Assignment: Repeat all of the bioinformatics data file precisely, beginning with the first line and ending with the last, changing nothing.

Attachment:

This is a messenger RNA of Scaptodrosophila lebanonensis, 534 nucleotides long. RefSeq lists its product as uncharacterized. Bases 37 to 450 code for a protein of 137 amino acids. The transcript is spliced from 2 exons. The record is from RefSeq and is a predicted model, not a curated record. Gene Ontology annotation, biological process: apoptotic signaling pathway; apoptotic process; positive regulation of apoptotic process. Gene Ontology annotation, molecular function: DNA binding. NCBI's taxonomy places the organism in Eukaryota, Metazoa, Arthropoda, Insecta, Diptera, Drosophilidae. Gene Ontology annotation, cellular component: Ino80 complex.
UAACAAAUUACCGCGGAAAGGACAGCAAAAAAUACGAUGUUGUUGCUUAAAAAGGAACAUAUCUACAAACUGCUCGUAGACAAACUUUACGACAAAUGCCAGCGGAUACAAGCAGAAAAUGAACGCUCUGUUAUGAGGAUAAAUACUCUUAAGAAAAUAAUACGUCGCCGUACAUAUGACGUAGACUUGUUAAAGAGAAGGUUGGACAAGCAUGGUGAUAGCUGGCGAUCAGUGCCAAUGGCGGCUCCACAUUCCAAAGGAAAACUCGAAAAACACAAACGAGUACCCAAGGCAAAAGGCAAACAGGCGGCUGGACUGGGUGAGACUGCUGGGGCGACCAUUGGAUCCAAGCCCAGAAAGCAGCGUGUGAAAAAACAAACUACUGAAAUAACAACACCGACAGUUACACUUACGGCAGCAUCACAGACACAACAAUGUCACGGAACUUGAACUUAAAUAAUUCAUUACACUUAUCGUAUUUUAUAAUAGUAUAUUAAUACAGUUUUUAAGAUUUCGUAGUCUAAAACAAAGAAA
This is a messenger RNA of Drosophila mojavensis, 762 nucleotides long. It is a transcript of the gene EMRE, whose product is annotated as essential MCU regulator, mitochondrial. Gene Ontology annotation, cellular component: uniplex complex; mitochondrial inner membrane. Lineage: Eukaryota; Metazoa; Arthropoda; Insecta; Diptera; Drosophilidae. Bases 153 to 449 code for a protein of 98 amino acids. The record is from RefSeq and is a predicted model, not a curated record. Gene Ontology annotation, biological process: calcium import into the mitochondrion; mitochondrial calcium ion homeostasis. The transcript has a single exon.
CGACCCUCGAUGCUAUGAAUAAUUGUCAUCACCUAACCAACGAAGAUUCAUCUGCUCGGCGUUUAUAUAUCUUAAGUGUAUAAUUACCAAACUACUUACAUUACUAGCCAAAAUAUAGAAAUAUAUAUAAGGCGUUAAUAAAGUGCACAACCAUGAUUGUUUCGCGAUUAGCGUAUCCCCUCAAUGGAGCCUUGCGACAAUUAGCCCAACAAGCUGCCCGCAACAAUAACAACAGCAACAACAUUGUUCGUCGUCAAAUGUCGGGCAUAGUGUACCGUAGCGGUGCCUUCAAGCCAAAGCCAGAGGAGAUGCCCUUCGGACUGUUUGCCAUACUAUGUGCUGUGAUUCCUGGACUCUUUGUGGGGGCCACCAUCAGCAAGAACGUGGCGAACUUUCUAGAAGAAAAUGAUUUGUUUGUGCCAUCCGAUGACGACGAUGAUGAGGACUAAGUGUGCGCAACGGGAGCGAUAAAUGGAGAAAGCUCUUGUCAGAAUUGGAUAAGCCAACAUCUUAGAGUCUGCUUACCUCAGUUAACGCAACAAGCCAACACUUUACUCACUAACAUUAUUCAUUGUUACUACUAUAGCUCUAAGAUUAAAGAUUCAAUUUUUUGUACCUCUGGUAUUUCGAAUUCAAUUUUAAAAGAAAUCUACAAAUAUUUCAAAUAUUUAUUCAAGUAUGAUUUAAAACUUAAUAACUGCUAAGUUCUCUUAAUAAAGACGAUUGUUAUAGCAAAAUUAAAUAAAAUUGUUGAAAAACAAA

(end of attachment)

This is a messenger RNA of Scaptodrosophila lebanonensis, 534 nucleotides long. RefSeq lists its product as uncharacterized. Bases 37 to 450 code for a protein of 137 amino acids. The transcript is spliced from 2 exons. The record is from RefSeq and is a predicted model, not a curated record. Gene Ontology annotation, biological process: apoptotic signaling pathway; apoptotic process; positive regulation of apoptotic process. Gene Ontology annotation, molecular function: DNA binding. NCBI's taxonomy places the organism in Eukaryota, Metazoa, Arthropoda, Insecta, Diptera, Drosophilidae. Gene Ontology annotation, cellular component: Ino80 complex.
UAACAAAUUACCGCGGAAAGGACAGCAAAAAAUACGAUGUUGUUGCUUAAAAAGGAACAUAUCUACAAACUGCUCGUAGACAAACUUUACGACAAAUGCCAGCGGAUACAAGCAGAAAAUGAACGCUCUGUUAUGAGGAUAAAUACUCUUAAGAAAAUAAUACGUCGCCGUACAUAUGACGUAGACUUGUUAAAGAGAAGGUUGGACAAGCAUGGUGAUAGCUGGCGAUCAGUGCCAAUGGCGGCUCCACAUUCCAAAGGAAAACUCGAAAAACACAAACGAGUACCCAAGGCAAAAGGCAAACAGGCGGCUGGACUGGGUGAGACUGCUGGGGCGACCAUUGGAUCCAAGCCCAGAAAGCAGCGUGUGAAAAAACAAACUACUGAAAUAACAACACCGACAGUUACACUUACGGCAGCAUCACAGACACAACAAUGUCACGGAACUUGAACUUAAAUAAUUCAUUACACUUAUCGUAUUUUAUAAUAGUAUAUUAAUACAGUUUUUAAGAUUUCGUAGUCUAAAACAAAGAAA
This is a messenger RNA of Drosophila mojavensis, 762 nucleotides long. It is a transcript of the gene EMRE, whose product is annotated as essential MCU regulator, mitochondrial. Gene Ontology annotation, cellular component: uniplex complex; mitochondrial inner membrane. Lineage: Eukaryota; Metazoa; Arthropoda; Insecta; Diptera; Drosophilidae. Bases 153 to 449 code for a protein of 98 amino acids. The record is from RefSeq and is a predicted model, not a curated record. Gene Ontology annotation, biological process: calcium import into the mitochondrion; mitochondrial calcium ion homeostasis. The transcript has a single exon.
CGACCCUCGAUGCUAUGAAUAAUUGUCAUCACCUAACCAACGAAGAUUCAUCUGCUCGGCGUUUAUAUAUCUUAAGUGUAUAAUUACCAAACUACUUACAUUACUAGCCAAAAUAUAGAAAUAUAUAUAAGGCGUUAAUAAAGUGCACAACCAUGAUUGUUUCGCGAUUAGCGUAUCCCCUCAAUGGAGCCUUGCGACAAUUAGCCCAACAAGCUGCCCGCAACAAUAACAACAGCAACAACAUUGUUCGUCGUCAAAUGUCGGGCAUAGUGUACCGUAGCGGUGCCUUCAAGCCAAAGCCAGAGGAGAUGCCCUUCGGACUGUUUGCCAUACUAUGUGCUGUGAUUCCUGGACUCUUUGUGGGGGCCACCAUCAGCAAGAACGUGGCGAACUUUCUAGAAGAAAAUGAUUUGUUUGUGCCAUCCGAUGACGACGAUGAUGAGGACUAAGUGUGCGCAACGGGAGCGAUAAAUGGAGAAAGCUCUUGUCAGAAUUGGAUAAGCCAACAUCUUAGAGUCUGCUUACCUCAGUUAACGCAACAAGCCAACACUUUACUCACUAACAUUAUUCAUUGUUACUACUAUAGCUCUAAGAUUAAAGAUUCAAUUUUUUGUACCUCUGGUAUUUCGAAUUCAAUUUUAAAAGAAAUCUACAAAUAUUUCAAAUAUUUAUUCAAGUAUGAUUUAAAACUUAAUAACUGCUAAGUUCUCUUAAUAAAGACGAUUGUUAUAGCAAAAUUAAAUAAAAUUGUUGAAAAACAAA